Washington State coach Nick Rolovich faces a potential crossroads in his employment status on Monday. The second-year coach is expected to find out the results of a religious accommodation request for choosing to not take the COVID-19 vaccine.
There are three potential scenarios for Rolovich on Monday, which is the state deadline for employees to get vaccinated.
Rolovich could find out that his religious accommodation is denied, and his employment is expected to end because of the mandate from Gov. Jay Inslee.
Rolovich could find out that his accommodation request has been accepted, which is expected to lead to his continued employment at Washington State.
There’s also a small chance the ruling is delayed because of backlogged requests.
That leaves Washington State, winners of three straight and in the thick of the Pac-12 North race, in the most unusual position. No one is certain if Rolovich will remain the coach on Tuesday.
Following Washington State’s 34-31 victory over Stanford on Saturday, Rolovich said he planned on coming to work on Sunday to prepare for BYU. “I don’t think this is in my hands,” he said postgame, adding: “I just believe it’s going to work out the right way.”
There’s also expected to be rulings on the accommodation requests of multiple Washington State football staff members, both on-field coaches and off-field staffers. The nature of the requests vary, and that leaves more uncertainty as to what the Cougars’ coaching staff could look like this weekend against BYU.
There’s an aura of mystery hanging over all the results. Rolovich’s accommodation request being of the religious variety came to light only when his former college coach, June Jones, revealed it in an interview with USA Today.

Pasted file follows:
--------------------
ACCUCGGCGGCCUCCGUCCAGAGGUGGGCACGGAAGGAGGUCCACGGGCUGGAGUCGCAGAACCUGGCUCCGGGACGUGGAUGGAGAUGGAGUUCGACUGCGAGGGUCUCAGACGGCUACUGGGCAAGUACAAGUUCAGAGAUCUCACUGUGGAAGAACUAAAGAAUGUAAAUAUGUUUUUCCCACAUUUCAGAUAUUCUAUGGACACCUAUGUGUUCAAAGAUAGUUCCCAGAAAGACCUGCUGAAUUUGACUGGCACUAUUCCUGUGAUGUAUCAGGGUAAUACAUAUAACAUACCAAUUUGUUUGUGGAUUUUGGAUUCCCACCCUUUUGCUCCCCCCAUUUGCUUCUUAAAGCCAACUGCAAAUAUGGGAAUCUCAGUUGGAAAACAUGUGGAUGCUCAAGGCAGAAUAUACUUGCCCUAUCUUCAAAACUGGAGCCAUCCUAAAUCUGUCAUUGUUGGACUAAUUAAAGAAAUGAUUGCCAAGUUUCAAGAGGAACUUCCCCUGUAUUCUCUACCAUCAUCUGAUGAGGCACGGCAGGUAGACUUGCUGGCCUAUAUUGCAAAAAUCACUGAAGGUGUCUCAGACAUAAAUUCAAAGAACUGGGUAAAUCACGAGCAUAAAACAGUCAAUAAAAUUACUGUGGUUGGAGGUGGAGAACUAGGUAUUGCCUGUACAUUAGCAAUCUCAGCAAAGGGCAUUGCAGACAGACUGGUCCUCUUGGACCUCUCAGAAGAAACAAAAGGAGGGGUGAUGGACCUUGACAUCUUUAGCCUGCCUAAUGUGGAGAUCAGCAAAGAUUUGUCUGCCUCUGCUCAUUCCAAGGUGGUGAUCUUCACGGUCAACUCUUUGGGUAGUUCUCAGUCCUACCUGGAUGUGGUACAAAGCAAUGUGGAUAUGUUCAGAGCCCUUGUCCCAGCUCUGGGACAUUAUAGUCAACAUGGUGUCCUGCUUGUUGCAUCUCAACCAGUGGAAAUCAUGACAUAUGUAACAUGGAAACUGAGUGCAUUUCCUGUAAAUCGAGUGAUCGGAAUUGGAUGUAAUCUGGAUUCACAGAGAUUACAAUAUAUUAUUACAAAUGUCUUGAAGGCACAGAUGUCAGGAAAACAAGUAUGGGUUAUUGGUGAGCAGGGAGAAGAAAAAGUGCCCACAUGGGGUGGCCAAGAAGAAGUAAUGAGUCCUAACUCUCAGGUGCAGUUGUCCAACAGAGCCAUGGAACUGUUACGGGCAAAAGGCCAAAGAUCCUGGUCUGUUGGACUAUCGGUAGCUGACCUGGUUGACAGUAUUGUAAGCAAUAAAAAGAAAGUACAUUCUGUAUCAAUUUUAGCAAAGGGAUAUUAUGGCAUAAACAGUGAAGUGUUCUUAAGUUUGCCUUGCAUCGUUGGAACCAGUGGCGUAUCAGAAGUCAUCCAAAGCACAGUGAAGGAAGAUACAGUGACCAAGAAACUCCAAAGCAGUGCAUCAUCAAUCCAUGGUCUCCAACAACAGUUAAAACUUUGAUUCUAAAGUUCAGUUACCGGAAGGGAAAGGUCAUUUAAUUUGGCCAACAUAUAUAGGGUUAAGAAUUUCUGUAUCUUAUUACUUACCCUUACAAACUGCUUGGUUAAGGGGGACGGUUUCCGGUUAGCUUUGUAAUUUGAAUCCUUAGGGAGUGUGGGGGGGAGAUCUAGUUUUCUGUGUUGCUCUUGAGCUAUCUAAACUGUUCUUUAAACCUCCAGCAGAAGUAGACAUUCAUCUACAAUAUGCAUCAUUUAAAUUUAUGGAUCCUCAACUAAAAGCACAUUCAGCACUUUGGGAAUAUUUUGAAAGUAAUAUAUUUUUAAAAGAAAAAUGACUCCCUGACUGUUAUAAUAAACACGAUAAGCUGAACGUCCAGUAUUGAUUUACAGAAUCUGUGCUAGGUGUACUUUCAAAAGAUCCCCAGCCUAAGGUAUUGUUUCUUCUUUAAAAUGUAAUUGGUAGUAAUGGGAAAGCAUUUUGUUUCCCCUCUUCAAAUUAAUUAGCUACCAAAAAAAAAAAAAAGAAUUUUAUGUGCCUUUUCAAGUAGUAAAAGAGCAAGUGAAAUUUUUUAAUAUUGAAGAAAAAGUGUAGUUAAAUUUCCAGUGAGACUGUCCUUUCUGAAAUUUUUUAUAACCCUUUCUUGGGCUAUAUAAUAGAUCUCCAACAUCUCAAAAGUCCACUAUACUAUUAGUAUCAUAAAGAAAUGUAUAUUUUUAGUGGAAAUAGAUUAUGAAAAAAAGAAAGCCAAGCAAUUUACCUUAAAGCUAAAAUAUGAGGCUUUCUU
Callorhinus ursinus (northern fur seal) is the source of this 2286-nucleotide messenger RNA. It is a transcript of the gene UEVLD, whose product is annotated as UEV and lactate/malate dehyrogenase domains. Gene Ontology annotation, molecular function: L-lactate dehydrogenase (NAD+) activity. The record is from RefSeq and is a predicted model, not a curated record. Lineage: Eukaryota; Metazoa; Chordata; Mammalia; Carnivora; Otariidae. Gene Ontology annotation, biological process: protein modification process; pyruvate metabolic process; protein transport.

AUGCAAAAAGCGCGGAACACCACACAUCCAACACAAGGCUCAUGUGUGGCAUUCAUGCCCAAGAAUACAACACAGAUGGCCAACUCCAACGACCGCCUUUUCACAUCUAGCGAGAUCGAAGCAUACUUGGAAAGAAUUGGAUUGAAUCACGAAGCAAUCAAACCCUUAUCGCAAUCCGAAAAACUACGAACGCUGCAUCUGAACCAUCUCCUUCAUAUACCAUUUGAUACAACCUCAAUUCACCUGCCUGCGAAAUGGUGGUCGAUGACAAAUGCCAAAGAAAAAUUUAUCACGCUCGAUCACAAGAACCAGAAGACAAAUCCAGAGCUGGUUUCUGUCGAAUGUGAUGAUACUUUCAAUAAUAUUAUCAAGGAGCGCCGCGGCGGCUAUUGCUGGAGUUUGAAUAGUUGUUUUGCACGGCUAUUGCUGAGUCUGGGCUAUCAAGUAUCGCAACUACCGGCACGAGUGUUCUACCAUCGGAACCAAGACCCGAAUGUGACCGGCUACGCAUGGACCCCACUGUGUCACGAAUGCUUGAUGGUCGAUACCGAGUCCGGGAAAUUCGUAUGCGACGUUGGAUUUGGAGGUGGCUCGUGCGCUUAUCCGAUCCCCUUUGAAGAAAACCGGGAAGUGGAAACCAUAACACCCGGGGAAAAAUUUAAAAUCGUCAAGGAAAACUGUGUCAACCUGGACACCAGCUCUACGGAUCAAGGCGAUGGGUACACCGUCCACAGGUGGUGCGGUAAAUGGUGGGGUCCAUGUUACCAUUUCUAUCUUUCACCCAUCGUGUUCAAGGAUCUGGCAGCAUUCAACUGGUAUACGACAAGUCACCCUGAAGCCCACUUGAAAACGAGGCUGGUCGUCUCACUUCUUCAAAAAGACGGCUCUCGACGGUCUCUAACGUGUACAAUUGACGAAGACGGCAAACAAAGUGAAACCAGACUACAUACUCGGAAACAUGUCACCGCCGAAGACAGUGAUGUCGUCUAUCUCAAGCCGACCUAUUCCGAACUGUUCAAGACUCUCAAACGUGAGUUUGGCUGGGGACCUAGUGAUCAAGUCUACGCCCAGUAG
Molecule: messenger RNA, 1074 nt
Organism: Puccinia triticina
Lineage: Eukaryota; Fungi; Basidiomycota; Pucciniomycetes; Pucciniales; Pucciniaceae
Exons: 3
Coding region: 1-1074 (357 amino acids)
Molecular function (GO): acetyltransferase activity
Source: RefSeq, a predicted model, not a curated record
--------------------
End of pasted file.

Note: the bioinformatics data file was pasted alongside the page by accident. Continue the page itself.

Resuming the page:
The process is blind, handled through a committee that will not have any identifying information to know they are determining Rolovich’s fate. The appeals process is nebulous.
Rolovich has about $9 million remaining on his contract. The school isn’t expected to try and pay him any of the remaining salary, as there’s a state mandate “requiring all employees … to be fully vaccinated against COVID-19 on or before October 18,” which would likely be cause for dismissal. Regardless of the definition of termination, legal action would be expected to follow.
While some smaller-profile coaches in college and the NFL have lost their jobs because of vaccine requirements, Rolovich’s job becomes the highest profile test case in the football coaching world.
Rolovich, 42, is in his second year as the head coach at Washington State. He’s 5-6 over those two seasons, with three of those victories coming in Washington State’s past three games. Some players gave him a celebratory Gatorade bath after the Stanford game.
Prior to his time at Washington State, Rolovich was the head coach at Hawaii for four seasons. He compiled a 28-27 record there, earning a reputation for helping construct high-octane offenses that helped him earn the Washington State job.
Rolovich hasn’t said much publicly about his decision not to take the vaccine. And for now, the school, state and much of college football are curious to see how it plays out. Rolovich said after the game he’s “waiting on an email” with the results, which loom large over an unprecedented crossroads.